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History of Australian Pop Music
by Alex Cosper (1/25/13)

Traditonally, for centuries Australian music was mainly played on the wooden wind instrument, the didgeridoo, which came from indigenous natives. It became an important sound in Australian folk music, especially for playing the nation's all time most familiar folk song, "Waltzing Matilda." This long tube that produces unique harmonics was usually played at social gatherings and remains an important part of Australian culture. The instrument has also been incorporated in worldbeat and new age music.

Prior to the rising popularity of rock and roll in the mid-fifties, Australian pop music was dominated by American acts like Frank Sinatra and Johnny Ray. Country and jazz were key ingredients to the nation's pop scene. Slim Dusty (whose real name was David Kirkpatrick) became the first Australian artist to sell a million units with his country novelty hit "A Pub With No Beer" in 1957. Rock and roll infiltrated the nation, partly due to concert promoter Lee Gordon showcasing American acts. The first big rock star from Australia in the fifties was Alan Dale, who made a big impact on Johnny O'Keefe, who began having big hits such as "The Wild One" in the late fifties. The Delltones were another popular rock and roll band of the era.

Due to economic conditions, many Australians discovered music mostly through radio in the fifties and could not afford television sets. But TV became a household fixture by the late fifties as people started watching a musical variety dance show called Bandstand. When the British invasion exploded in the mid-sixtites, it quickly overshadowed American artists. Both The Beatles and The Rolling Stones sold out huge shows on their tours of Australia. The British sound was so popular in the sixties that it inspired many local acts to craft similar sounds. The process for local acts to gain recognition was partly through talent shows, which is how Olivia Newton-John and The Bee Gees entered the music scene.

The first Australian act to break out of the country and gain international attention was the folk group Seekers, whose 1966 hit "Georgy Girl" sold over a million units and went top ten in the United States. Another international breakout artist was the Easybeats, who scored hits such as "Friday On My Mind" and "Gonna Have a Good Time." Their sound was closer to surf rock, which was a longer lasting trend in Australia than in America. The band's guitarist George Young was the brother of Angus and Malcolm Young, who went on to have huge success with AC/DC starting in 1973. After the hard rockers were signed to Atantic Records three years later and started touring with American arena bands, AC/DC went on to become one of the world's biggest selling bands of all time.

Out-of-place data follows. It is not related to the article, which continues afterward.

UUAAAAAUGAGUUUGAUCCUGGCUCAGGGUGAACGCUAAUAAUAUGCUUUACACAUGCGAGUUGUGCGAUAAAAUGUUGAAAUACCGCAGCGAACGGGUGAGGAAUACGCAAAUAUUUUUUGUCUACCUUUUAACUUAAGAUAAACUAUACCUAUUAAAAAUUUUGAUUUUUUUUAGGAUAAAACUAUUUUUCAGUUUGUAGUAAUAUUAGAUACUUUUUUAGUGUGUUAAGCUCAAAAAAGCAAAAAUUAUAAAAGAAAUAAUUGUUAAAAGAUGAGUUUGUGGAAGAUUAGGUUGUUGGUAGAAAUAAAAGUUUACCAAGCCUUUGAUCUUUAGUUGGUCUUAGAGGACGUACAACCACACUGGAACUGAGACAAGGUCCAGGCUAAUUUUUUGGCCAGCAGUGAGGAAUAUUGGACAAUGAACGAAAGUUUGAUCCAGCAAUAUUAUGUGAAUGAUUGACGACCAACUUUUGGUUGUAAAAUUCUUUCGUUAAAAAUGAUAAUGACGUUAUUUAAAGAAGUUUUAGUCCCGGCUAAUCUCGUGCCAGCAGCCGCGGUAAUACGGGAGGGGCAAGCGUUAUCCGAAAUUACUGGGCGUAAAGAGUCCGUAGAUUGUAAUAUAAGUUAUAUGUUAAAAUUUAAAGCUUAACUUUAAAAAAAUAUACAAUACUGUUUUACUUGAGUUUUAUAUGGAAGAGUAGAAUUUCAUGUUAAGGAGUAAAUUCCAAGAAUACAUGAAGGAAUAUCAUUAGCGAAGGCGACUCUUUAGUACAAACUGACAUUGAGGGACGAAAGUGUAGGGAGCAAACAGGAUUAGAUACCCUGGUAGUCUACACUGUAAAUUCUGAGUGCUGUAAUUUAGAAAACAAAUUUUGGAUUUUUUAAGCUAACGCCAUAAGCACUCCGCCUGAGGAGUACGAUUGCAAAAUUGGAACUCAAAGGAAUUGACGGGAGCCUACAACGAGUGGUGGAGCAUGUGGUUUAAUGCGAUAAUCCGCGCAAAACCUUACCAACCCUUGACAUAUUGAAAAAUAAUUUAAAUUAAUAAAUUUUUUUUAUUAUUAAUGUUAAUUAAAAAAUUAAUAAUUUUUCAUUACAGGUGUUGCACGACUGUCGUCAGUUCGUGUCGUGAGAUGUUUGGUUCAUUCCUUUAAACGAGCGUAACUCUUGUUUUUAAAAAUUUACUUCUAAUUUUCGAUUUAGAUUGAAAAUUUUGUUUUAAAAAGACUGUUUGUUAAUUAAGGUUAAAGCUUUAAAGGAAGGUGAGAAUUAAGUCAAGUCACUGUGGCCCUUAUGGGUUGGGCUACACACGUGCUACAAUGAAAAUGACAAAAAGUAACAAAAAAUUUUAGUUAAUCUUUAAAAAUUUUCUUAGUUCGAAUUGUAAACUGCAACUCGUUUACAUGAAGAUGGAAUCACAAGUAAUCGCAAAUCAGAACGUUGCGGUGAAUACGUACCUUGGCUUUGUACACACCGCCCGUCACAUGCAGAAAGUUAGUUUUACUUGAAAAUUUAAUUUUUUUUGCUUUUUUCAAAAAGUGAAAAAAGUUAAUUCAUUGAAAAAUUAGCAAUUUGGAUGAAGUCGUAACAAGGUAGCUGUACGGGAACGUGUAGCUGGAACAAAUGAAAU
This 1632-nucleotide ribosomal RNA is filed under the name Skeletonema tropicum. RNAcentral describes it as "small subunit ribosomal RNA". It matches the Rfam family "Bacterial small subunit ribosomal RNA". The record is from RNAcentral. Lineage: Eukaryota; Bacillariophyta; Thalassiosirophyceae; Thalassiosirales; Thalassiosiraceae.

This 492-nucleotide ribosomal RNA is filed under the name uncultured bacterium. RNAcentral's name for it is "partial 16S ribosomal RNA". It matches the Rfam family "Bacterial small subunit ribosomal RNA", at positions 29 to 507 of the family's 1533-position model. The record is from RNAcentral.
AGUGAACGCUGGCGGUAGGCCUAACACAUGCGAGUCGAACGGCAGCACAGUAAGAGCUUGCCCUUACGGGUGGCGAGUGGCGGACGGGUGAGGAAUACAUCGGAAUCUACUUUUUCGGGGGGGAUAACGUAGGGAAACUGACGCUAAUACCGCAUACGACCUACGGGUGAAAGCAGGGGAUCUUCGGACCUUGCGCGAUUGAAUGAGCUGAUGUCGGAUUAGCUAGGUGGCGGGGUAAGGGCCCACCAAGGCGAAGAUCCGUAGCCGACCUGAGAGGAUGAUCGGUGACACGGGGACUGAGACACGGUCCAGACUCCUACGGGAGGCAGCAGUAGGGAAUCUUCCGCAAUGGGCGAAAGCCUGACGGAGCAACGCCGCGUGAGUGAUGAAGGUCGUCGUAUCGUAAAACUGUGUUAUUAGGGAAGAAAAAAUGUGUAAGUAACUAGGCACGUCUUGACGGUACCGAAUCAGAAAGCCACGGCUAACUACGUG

The Sunbury Music Festival in Victoria became a huge annual event starting in 1972 following the lead of Woodstock, but the festival discontinued after 1975 following bad weather that led to huge financial losses. The festival featured acts such as The Wild Cherries, Daddy Cool, The Skyhooks and Billy Thorpe & The Aztecs. Despite the impact of British acts, American acts still had influence in Australia, particularly more song-oriented artists like Bob Dylan and The Eagles, who influenced the more adult contemporary sounding Little River Band, a band with a long string of hits such as "Happy Anniversary," "Lady" and "Reminiscing." Helen Reddy also racked up lots of worldwide hits with an easy pop sound in the seventies. Meanwhile, AC/DC became leaders in hard rock in the seventies, along with Hush and a band that inspired several notable American rockers, The Angels.

Another country that impacted Australia was nearby New Zealand, in which Split Enz emerged in the seventies as a glam pop band. They eventually became the internationally successful Crowded House in the eighties. By the 1980s there were quite a few Australia bands that became international success stories with big hits in America and the UK. These bands included INXS, Midnight Oil, Air Supply, The Divinyls, Kylie Minogue and Men At Work, whose hit "Down Under" was a tribute to their native Australia. Other acts that broke out of Australia included the Nick Cave and the Bad Seeds, Hoodoo Gurus, Pseudo Echo and Icehouse. In the 1990s, the country continued to produce global hit acts like Silverchair, Savage Garden, Powderfinger and Natalie Imbruglia. Gotye, The Vines, Jet, Wolfmother and country singer Keith Urban carried the torch in the new century.

The original trade organization that originally represented the music industry in the country was the Association of Australian Record Manufacturers (AARM), launched in 1956, but was replaced in 1983 by the Australian Recording Industry Association (ARIA), which was formed by six major labels. For the most part, the major labels dominate most of the music on the ARIA singles charts. Since 1986 ARIA has presented annual music awards and in 1988 the trade group launched the ARIA Hall of Fame. Also in 1988 ARIA established its weekly singles and album charts after five years of publishing the Kent Music Report, which started in 1974 and dissolved in the late nineties. Earlier charts that lasted from 1966 to 1974 were published by the defunct Go-Set Magazine. In 2011 Australia ranked number 6 in music sales around the world, according to the International Federation of the Phonographic Industry (IFPI).

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